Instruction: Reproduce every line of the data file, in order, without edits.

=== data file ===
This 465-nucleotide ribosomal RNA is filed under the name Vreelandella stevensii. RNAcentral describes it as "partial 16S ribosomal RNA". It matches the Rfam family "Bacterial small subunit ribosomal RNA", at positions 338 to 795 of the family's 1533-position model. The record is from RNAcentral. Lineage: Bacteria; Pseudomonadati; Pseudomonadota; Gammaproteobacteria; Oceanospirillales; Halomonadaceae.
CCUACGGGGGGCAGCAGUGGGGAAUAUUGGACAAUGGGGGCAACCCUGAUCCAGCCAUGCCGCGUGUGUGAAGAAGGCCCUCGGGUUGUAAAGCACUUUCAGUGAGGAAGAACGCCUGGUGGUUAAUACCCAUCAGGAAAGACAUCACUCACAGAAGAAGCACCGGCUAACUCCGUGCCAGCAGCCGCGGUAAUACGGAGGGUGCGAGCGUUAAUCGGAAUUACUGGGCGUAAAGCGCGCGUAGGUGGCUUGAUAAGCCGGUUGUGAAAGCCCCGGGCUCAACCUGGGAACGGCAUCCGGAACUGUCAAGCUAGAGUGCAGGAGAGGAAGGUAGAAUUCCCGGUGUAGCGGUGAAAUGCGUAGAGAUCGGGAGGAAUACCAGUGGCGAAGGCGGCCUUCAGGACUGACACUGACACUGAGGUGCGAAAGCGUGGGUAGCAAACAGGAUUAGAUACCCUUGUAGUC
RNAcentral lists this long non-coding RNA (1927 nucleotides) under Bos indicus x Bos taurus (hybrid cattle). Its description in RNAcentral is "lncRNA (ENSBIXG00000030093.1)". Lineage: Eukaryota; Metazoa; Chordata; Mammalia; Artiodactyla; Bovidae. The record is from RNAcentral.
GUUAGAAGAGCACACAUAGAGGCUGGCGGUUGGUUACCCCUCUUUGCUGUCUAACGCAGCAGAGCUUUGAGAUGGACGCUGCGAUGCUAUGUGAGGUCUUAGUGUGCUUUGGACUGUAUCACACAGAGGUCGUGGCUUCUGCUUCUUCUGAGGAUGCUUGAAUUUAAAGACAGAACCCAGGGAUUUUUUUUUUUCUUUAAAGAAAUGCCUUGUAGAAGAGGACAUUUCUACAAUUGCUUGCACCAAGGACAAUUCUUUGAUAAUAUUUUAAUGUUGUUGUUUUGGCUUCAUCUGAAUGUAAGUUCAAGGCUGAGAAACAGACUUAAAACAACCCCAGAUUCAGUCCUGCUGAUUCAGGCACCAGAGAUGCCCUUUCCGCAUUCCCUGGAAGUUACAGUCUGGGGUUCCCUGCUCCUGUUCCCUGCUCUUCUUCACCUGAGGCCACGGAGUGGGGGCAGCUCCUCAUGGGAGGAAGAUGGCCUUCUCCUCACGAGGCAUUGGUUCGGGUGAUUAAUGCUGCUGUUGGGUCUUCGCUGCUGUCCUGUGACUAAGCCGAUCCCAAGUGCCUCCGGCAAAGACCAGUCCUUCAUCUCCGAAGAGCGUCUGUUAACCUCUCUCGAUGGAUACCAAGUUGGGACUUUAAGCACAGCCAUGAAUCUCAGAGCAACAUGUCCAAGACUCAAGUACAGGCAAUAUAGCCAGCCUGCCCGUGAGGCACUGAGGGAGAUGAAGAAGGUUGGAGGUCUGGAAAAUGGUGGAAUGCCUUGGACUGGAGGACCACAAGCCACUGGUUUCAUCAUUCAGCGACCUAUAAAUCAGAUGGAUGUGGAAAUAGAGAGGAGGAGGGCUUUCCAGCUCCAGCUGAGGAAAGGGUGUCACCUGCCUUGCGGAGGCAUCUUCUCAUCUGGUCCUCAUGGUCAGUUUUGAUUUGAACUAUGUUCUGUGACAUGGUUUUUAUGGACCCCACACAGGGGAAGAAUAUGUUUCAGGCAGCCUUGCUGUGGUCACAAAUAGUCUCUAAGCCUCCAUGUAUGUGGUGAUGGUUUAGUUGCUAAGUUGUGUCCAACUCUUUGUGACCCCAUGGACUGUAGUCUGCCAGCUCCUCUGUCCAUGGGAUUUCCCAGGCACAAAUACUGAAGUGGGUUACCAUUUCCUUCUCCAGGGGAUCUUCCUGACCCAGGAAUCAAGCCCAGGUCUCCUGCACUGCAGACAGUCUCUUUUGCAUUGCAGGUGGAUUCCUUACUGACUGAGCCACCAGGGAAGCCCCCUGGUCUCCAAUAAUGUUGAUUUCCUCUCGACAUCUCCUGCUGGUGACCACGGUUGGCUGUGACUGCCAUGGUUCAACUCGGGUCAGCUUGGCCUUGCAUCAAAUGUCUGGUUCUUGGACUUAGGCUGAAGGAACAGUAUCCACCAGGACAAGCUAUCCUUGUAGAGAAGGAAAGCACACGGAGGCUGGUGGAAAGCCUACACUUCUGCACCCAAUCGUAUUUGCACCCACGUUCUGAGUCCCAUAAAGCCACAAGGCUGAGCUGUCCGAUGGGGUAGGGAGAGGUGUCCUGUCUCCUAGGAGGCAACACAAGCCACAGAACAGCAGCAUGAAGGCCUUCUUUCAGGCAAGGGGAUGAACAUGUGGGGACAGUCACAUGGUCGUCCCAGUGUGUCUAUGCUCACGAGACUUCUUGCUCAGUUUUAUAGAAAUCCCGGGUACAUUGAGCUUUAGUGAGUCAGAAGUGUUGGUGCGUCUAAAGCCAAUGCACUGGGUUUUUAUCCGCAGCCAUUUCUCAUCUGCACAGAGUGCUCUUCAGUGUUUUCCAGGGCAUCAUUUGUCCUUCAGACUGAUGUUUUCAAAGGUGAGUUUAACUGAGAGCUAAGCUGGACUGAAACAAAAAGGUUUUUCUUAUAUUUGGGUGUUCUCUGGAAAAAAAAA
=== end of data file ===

This 465-nucleotide ribosomal RNA is filed under the name Vreelandella stevensii. RNAcentral describes it as "partial 16S ribosomal RNA". It matches the Rfam family "Bacterial small subunit ribosomal RNA", at positions 338 to 795 of the family's 1533-position model. The record is from RNAcentral. Lineage: Bacteria; Pseudomonadati; Pseudomonadota; Gammaproteobacteria; Oceanospirillales; Halomonadaceae.
CCUACGGGGGGCAGCAGUGGGGAAUAUUGGACAAUGGGGGCAACCCUGAUCCAGCCAUGCCGCGUGUGUGAAGAAGGCCCUCGGGUUGUAAAGCACUUUCAGUGAGGAAGAACGCCUGGUGGUUAAUACCCAUCAGGAAAGACAUCACUCACAGAAGAAGCACCGGCUAACUCCGUGCCAGCAGCCGCGGUAAUACGGAGGGUGCGAGCGUUAAUCGGAAUUACUGGGCGUAAAGCGCGCGUAGGUGGCUUGAUAAGCCGGUUGUGAAAGCCCCGGGCUCAACCUGGGAACGGCAUCCGGAACUGUCAAGCUAGAGUGCAGGAGAGGAAGGUAGAAUUCCCGGUGUAGCGGUGAAAUGCGUAGAGAUCGGGAGGAAUACCAGUGGCGAAGGCGGCCUUCAGGACUGACACUGACACUGAGGUGCGAAAGCGUGGGUAGCAAACAGGAUUAGAUACCCUUGUAGUC
RNAcentral lists this long non-coding RNA (1927 nucleotides) under Bos indicus x Bos taurus (hybrid cattle). Its description in RNAcentral is "lncRNA (ENSBIXG00000030093.1)". Lineage: Eukaryota; Metazoa; Chordata; Mammalia; Artiodactyla; Bovidae. The record is from RNAcentral.
GUUAGAAGAGCACACAUAGAGGCUGGCGGUUGGUUACCCCUCUUUGCUGUCUAACGCAGCAGAGCUUUGAGAUGGACGCUGCGAUGCUAUGUGAGGUCUUAGUGUGCUUUGGACUGUAUCACACAGAGGUCGUGGCUUCUGCUUCUUCUGAGGAUGCUUGAAUUUAAAGACAGAACCCAGGGAUUUUUUUUUUUCUUUAAAGAAAUGCCUUGUAGAAGAGGACAUUUCUACAAUUGCUUGCACCAAGGACAAUUCUUUGAUAAUAUUUUAAUGUUGUUGUUUUGGCUUCAUCUGAAUGUAAGUUCAAGGCUGAGAAACAGACUUAAAACAACCCCAGAUUCAGUCCUGCUGAUUCAGGCACCAGAGAUGCCCUUUCCGCAUUCCCUGGAAGUUACAGUCUGGGGUUCCCUGCUCCUGUUCCCUGCUCUUCUUCACCUGAGGCCACGGAGUGGGGGCAGCUCCUCAUGGGAGGAAGAUGGCCUUCUCCUCACGAGGCAUUGGUUCGGGUGAUUAAUGCUGCUGUUGGGUCUUCGCUGCUGUCCUGUGACUAAGCCGAUCCCAAGUGCCUCCGGCAAAGACCAGUCCUUCAUCUCCGAAGAGCGUCUGUUAACCUCUCUCGAUGGAUACCAAGUUGGGACUUUAAGCACAGCCAUGAAUCUCAGAGCAACAUGUCCAAGACUCAAGUACAGGCAAUAUAGCCAGCCUGCCCGUGAGGCACUGAGGGAGAUGAAGAAGGUUGGAGGUCUGGAAAAUGGUGGAAUGCCUUGGACUGGAGGACCACAAGCCACUGGUUUCAUCAUUCAGCGACCUAUAAAUCAGAUGGAUGUGGAAAUAGAGAGGAGGAGGGCUUUCCAGCUCCAGCUGAGGAAAGGGUGUCACCUGCCUUGCGGAGGCAUCUUCUCAUCUGGUCCUCAUGGUCAGUUUUGAUUUGAACUAUGUUCUGUGACAUGGUUUUUAUGGACCCCACACAGGGGAAGAAUAUGUUUCAGGCAGCCUUGCUGUGGUCACAAAUAGUCUCUAAGCCUCCAUGUAUGUGGUGAUGGUUUAGUUGCUAAGUUGUGUCCAACUCUUUGUGACCCCAUGGACUGUAGUCUGCCAGCUCCUCUGUCCAUGGGAUUUCCCAGGCACAAAUACUGAAGUGGGUUACCAUUUCCUUCUCCAGGGGAUCUUCCUGACCCAGGAAUCAAGCCCAGGUCUCCUGCACUGCAGACAGUCUCUUUUGCAUUGCAGGUGGAUUCCUUACUGACUGAGCCACCAGGGAAGCCCCCUGGUCUCCAAUAAUGUUGAUUUCCUCUCGACAUCUCCUGCUGGUGACCACGGUUGGCUGUGACUGCCAUGGUUCAACUCGGGUCAGCUUGGCCUUGCAUCAAAUGUCUGGUUCUUGGACUUAGGCUGAAGGAACAGUAUCCACCAGGACAAGCUAUCCUUGUAGAGAAGGAAAGCACACGGAGGCUGGUGGAAAGCCUACACUUCUGCACCCAAUCGUAUUUGCACCCACGUUCUGAGUCCCAUAAAGCCACAAGGCUGAGCUGUCCGAUGGGGUAGGGAGAGGUGUCCUGUCUCCUAGGAGGCAACACAAGCCACAGAACAGCAGCAUGAAGGCCUUCUUUCAGGCAAGGGGAUGAACAUGUGGGGACAGUCACAUGGUCGUCCCAGUGUGUCUAUGCUCACGAGACUUCUUGCUCAGUUUUAUAGAAAUCCCGGGUACAUUGAGCUUUAGUGAGUCAGAAGUGUUGGUGCGUCUAAAGCCAAUGCACUGGGUUUUUAUCCGCAGCCAUUUCUCAUCUGCACAGAGUGCUCUUCAGUGUUUUCCAGGGCAUCAUUUGUCCUUCAGACUGAUGUUUUCAAAGGUGAGUUUAACUGAGAGCUAAGCUGGACUGAAACAAAAAGGUUUUUCUUAUAUUUGGGUGUUCUCUGGAAAAAAAAA